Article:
As to what might win the championship races at this stage, heaven knows, but my best guess – and not one that I have backed up with cash – is Limini (Champion Hurdle), Altior (Champion Chase), Yorkhill (Ryanair), Apple’s Jade (Stayers Hurdle) and Might Bite (Gold Cup).
Fairyhouse and Punchestown form will work out much better than Aintree form
Each season, Cheltenham form tends to prove much stronger on the whole than that from the other big spring festivals at Liverpool, Fairyhouse and Punchestown. Aintree is often thought next best – it was certainly a strong affair in 2016 when Mullins was bidding for the UK championship – with Punchestown not far behind and Fairyhouse lagging well back. That may not be the case this time however when we consider the number of runners Mullins and Elliott had across the four fixtures.
|Mullins/Elliott combined||2015/16 winners and runners||2016/17 winners and runners|
With the Irish championship on the line, both trainers basically conceded Aintree for 2017 running just eight horses over the three days. Significantly, six of those were over the National fences – Cause Of Causes, Pleasant Company, Roi Des Francs and Ucello Conti in the feature, Clarcam and Alelchi Inois in the Topham – as the unique contests were the only races that could draw them in. Elliott did run Empire Of Dirt in the Bowl but he was very much the exception.
Instead, the big two concentrated on races at home, running 120 horses combined at Punchestown where they had only 87 such runners the previous year. With all the hype around that meeting and the championship, the form lines will probably prove well found this winter but that may not be the case with Fairyhouse, a meeting that is often forgotten due to its movable position in the calendar. This year might prove different however, not least with reference to the ultra-valuable Irish National won by Our Duke.
Joseph O’Brien will finish third in the Irish Trainers’ Championship
If there is another ‘super-trainer’ lurking down the trainers’ table, then it could well be Joseph O’Brien. He is interesting on sheer stable numbers alone, his yard currently housing around 200 horses, split roughly evenly between flat and jumps. For reference, Henry de Bromhead ran 115 individual horses in 2016/17 with Noel Meade having 90 and Jessica Harrington 86.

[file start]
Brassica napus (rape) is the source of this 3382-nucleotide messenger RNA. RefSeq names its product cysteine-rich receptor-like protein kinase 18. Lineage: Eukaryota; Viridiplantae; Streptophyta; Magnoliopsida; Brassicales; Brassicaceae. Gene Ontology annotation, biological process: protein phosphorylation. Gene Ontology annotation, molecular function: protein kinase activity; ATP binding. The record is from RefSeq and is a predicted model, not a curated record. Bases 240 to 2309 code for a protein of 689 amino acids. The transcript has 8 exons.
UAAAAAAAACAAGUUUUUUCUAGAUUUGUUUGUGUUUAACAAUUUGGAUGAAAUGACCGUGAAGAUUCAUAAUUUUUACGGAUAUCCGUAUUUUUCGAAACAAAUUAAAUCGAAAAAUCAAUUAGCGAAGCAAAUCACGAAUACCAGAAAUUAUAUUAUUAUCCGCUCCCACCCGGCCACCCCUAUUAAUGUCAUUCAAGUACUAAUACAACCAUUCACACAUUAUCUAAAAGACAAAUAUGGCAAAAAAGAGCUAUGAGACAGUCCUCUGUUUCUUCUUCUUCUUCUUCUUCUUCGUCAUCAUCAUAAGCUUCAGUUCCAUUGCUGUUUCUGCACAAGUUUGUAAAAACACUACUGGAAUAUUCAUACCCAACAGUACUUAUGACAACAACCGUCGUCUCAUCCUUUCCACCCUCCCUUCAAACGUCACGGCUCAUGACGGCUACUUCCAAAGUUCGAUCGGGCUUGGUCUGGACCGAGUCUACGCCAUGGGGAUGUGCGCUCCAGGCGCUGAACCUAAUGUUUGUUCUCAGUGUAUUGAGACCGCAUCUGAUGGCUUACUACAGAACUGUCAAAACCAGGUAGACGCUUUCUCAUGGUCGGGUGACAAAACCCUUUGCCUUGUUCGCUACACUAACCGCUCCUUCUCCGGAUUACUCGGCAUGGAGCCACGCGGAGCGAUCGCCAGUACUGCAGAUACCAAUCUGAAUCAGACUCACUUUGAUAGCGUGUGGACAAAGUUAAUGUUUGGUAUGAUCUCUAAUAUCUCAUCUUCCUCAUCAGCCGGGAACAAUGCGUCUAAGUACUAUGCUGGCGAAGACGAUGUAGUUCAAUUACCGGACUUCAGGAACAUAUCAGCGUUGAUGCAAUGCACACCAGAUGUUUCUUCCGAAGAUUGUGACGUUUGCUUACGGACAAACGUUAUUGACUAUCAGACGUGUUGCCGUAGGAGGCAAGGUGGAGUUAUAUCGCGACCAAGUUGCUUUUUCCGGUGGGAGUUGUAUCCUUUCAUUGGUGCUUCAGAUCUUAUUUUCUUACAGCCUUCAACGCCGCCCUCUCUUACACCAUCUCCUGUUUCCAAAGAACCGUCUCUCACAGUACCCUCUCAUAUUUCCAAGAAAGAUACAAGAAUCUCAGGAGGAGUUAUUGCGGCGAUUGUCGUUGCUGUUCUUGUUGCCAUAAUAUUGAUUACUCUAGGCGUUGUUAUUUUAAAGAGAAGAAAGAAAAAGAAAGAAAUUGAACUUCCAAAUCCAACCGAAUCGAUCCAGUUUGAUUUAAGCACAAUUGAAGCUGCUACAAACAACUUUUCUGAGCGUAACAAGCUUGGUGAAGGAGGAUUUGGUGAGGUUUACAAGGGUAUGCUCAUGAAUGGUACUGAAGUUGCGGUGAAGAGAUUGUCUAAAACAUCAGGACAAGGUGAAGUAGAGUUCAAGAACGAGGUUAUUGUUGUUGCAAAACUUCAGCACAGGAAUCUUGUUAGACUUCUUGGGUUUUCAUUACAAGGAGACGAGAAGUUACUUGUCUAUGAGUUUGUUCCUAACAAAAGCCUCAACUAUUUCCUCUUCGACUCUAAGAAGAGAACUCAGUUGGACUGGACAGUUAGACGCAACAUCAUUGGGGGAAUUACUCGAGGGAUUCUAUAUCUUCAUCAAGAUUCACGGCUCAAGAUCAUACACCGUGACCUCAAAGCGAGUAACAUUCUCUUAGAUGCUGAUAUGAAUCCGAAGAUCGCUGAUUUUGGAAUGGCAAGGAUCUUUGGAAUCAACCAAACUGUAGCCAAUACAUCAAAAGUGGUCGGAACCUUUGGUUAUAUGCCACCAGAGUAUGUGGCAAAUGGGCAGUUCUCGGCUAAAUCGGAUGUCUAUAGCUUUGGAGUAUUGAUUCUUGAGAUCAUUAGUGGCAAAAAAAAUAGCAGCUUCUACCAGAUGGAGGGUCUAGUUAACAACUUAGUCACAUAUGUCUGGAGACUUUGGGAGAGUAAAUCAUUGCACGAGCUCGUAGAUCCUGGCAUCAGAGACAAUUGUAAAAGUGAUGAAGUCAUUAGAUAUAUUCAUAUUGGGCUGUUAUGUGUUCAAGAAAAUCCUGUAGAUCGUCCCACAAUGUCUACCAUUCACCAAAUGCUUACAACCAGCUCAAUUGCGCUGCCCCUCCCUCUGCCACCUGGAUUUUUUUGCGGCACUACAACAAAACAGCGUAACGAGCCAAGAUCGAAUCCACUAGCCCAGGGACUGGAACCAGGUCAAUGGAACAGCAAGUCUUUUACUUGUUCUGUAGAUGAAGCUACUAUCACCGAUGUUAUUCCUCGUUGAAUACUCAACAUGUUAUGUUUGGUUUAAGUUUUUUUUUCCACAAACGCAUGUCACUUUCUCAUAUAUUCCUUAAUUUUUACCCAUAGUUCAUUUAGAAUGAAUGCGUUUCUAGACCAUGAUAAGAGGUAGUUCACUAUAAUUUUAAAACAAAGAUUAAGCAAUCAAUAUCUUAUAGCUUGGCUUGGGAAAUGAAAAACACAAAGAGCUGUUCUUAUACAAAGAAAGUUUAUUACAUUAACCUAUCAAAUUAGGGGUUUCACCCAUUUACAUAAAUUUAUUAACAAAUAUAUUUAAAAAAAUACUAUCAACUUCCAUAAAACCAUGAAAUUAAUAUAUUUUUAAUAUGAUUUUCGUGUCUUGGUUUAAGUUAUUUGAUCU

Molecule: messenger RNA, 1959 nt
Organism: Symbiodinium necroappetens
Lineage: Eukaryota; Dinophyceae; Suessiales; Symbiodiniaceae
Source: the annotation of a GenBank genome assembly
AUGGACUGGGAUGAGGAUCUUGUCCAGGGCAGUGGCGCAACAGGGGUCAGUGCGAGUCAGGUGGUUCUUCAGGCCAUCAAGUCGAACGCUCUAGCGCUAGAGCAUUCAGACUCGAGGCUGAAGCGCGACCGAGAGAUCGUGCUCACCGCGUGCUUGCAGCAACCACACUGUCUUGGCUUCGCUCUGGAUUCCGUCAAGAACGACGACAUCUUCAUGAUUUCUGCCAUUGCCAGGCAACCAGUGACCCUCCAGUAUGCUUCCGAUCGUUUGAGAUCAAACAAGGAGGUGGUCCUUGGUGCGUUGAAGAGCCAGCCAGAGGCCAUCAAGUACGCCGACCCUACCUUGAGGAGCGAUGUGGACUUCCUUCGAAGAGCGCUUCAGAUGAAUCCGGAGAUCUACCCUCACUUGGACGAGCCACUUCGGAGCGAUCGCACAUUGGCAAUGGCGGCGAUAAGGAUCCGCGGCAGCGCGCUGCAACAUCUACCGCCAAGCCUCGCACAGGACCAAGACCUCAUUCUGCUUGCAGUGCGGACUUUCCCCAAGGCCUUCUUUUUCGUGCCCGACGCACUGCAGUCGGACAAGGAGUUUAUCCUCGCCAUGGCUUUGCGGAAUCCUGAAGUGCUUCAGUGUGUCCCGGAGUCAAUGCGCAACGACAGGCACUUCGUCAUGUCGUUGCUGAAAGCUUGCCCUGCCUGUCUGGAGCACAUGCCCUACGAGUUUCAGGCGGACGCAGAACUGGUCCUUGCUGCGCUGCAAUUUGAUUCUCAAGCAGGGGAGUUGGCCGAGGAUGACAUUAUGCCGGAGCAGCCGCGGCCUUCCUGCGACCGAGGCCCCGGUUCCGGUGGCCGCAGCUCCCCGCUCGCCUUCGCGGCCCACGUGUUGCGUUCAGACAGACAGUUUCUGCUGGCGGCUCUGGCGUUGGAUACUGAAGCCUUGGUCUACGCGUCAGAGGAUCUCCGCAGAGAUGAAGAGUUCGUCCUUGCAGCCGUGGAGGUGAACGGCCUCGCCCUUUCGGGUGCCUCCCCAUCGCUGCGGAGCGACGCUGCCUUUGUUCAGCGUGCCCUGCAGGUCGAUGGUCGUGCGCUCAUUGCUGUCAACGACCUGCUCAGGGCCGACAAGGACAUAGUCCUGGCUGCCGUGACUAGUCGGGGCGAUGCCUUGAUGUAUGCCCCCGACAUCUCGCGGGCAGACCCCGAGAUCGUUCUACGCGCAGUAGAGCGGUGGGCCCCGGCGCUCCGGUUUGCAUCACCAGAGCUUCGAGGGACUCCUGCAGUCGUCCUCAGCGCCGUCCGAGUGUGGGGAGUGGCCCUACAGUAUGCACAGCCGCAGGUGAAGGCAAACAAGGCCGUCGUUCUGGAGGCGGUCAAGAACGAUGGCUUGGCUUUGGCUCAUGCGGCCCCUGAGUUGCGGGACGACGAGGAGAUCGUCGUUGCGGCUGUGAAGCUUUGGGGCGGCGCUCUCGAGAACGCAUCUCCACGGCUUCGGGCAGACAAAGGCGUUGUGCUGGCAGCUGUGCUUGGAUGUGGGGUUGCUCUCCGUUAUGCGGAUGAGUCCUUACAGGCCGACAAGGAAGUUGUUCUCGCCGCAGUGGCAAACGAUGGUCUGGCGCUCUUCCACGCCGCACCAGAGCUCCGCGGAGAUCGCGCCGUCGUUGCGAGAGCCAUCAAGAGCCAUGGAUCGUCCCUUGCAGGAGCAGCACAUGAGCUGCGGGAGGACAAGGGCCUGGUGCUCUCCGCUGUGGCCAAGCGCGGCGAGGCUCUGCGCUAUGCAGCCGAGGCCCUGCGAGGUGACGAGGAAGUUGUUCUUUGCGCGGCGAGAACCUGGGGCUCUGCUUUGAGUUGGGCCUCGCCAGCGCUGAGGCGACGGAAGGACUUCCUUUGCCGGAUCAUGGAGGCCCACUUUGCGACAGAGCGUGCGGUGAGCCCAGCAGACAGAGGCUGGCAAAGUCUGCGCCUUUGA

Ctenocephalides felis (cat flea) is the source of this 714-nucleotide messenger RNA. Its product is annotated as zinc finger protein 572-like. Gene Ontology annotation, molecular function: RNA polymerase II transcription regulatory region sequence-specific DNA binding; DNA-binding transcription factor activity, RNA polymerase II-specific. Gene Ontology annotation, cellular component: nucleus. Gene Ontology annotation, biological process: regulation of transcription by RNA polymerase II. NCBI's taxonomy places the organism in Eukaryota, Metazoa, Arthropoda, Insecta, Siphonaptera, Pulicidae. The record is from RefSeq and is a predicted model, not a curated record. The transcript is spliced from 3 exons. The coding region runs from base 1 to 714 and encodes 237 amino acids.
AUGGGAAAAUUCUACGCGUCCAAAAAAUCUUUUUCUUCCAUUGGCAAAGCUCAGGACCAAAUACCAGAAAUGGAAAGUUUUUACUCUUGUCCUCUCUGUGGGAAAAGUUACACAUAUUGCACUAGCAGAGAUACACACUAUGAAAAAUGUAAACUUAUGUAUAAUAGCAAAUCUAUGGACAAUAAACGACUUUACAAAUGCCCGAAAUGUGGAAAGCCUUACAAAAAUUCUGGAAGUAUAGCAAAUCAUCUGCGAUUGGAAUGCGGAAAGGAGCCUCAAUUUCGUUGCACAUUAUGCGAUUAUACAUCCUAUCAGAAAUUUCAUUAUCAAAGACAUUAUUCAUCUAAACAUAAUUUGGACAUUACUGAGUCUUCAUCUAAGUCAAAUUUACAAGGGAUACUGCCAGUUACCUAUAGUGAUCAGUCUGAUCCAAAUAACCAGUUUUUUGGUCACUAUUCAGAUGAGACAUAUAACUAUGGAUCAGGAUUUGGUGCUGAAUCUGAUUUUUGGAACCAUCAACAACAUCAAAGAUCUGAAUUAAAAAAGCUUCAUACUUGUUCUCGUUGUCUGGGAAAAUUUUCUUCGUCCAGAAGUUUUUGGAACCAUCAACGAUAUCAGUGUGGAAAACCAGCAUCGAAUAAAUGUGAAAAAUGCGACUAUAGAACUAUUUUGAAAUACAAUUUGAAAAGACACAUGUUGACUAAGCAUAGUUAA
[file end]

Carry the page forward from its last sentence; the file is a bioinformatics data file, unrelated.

In truth, O’Brien’s first full season as a national hunt trainer was underwhelming especially with the hype that attended it but in hindsight he may have been on a hiding to nothing. Much was made of the ex-Ballydoyle horses that joined him but many of them were just off a long season on the flat while also being confined to one division, juvenile hurdles. He didn’t really have many older horses, the types needed to compete in the most valuable races, running just five horses aged eight or older, all of whom started their careers elsewhere.
To suggest that O’Brien may finish third overall may not be a bold shout at all considering he is already in that spot with 48 winners (well ahead of the 38 he had in all of last season) and has won the most valuable hurdle race in Europe at Galway. Like his father, he has shown a willingness to run his horses plenty – always a help when looking to accumulate winners and prizemoney – and they tend to get placed well, invariably at the right level.
Finally, there is the JP McManus factor. McManus ran 400 individual horses in Ireland and the UK last season, 258 and 142 respectively, so clearly has the firepower to get behind O’Brien if he wishes. O’Brien had 26 winners from 139 runners for him in 2016/17 with Enda Bolger next best of his Irish trainers with 11 winners from 96 runners and it is certainly conceivable that more horses get directed to O’Brien. If that happens, and even if it doesn’t, I suspect O’Brien may prove the next ‘super-trainer’ or at least a clear third in the championship.